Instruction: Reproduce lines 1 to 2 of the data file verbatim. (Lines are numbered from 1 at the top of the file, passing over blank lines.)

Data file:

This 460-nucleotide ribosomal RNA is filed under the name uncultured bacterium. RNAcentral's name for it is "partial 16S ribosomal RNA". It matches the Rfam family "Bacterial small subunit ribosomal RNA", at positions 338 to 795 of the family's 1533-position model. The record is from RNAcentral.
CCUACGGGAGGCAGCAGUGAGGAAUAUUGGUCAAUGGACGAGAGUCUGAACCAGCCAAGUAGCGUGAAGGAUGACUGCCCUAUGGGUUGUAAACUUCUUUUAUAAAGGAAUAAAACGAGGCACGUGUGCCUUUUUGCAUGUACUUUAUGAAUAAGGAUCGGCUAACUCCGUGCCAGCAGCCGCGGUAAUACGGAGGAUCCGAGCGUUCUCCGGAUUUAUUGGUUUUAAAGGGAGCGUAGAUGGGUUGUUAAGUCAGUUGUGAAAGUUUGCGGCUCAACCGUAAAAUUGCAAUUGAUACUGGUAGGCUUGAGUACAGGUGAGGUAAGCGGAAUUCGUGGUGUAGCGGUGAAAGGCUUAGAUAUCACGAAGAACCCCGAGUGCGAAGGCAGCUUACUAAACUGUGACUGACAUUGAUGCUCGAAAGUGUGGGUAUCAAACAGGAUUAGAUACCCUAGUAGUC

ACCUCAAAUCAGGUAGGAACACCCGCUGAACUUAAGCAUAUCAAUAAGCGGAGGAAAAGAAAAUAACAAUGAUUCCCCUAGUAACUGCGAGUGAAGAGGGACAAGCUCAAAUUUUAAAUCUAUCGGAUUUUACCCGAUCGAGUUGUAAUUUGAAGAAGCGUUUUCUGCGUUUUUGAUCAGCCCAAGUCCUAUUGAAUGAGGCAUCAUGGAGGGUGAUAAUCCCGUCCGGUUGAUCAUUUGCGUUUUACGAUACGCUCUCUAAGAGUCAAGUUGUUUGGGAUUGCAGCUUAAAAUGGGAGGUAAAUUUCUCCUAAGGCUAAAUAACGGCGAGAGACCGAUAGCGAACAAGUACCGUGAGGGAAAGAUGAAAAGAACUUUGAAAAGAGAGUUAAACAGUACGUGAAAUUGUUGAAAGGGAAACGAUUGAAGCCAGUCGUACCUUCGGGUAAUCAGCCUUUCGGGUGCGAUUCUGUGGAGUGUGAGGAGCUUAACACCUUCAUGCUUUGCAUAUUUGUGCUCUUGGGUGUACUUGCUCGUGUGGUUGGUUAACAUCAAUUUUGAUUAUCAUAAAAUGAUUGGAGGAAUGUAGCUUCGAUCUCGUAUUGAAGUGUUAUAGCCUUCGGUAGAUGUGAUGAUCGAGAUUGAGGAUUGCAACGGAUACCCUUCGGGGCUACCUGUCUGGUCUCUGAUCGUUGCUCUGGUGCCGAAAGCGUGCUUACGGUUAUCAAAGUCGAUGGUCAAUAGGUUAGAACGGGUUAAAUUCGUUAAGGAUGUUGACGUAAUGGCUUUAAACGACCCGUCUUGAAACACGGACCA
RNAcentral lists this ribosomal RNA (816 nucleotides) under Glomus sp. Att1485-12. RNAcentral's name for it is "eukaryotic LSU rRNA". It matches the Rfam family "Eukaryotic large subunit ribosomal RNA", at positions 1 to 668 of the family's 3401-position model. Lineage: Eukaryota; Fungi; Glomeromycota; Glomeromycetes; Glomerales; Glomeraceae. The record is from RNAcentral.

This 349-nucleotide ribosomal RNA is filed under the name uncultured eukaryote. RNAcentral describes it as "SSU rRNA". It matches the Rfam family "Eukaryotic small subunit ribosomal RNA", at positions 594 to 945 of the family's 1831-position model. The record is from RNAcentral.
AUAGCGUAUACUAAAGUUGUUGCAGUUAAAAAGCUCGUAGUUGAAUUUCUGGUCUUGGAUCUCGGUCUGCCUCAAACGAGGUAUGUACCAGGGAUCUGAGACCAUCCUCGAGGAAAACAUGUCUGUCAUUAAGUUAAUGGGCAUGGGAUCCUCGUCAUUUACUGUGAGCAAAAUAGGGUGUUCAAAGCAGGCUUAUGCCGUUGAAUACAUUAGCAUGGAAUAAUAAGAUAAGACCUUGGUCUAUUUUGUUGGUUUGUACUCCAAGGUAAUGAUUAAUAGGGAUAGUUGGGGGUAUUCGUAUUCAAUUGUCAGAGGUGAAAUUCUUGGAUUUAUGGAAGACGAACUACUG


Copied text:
This 460-nucleotide ribosomal RNA is filed under the name uncultured bacterium. RNAcentral's name for it is "partial 16S ribosomal RNA". It matches the Rfam family "Bacterial small subunit ribosomal RNA", at positions 338 to 795 of the family's 1533-position model. The record is from RNAcentral.
CCUACGGGAGGCAGCAGUGAGGAAUAUUGGUCAAUGGACGAGAGUCUGAACCAGCCAAGUAGCGUGAAGGAUGACUGCCCUAUGGGUUGUAAACUUCUUUUAUAAAGGAAUAAAACGAGGCACGUGUGCCUUUUUGCAUGUACUUUAUGAAUAAGGAUCGGCUAACUCCGUGCCAGCAGCCGCGGUAAUACGGAGGAUCCGAGCGUUCUCCGGAUUUAUUGGUUUUAAAGGGAGCGUAGAUGGGUUGUUAAGUCAGUUGUGAAAGUUUGCGGCUCAACCGUAAAAUUGCAAUUGAUACUGGUAGGCUUGAGUACAGGUGAGGUAAGCGGAAUUCGUGGUGUAGCGGUGAAAGGCUUAGAUAUCACGAAGAACCCCGAGUGCGAAGGCAGCUUACUAAACUGUGACUGACAUUGAUGCUCGAAAGUGUGGGUAUCAAACAGGAUUAGAUACCCUAGUAGUC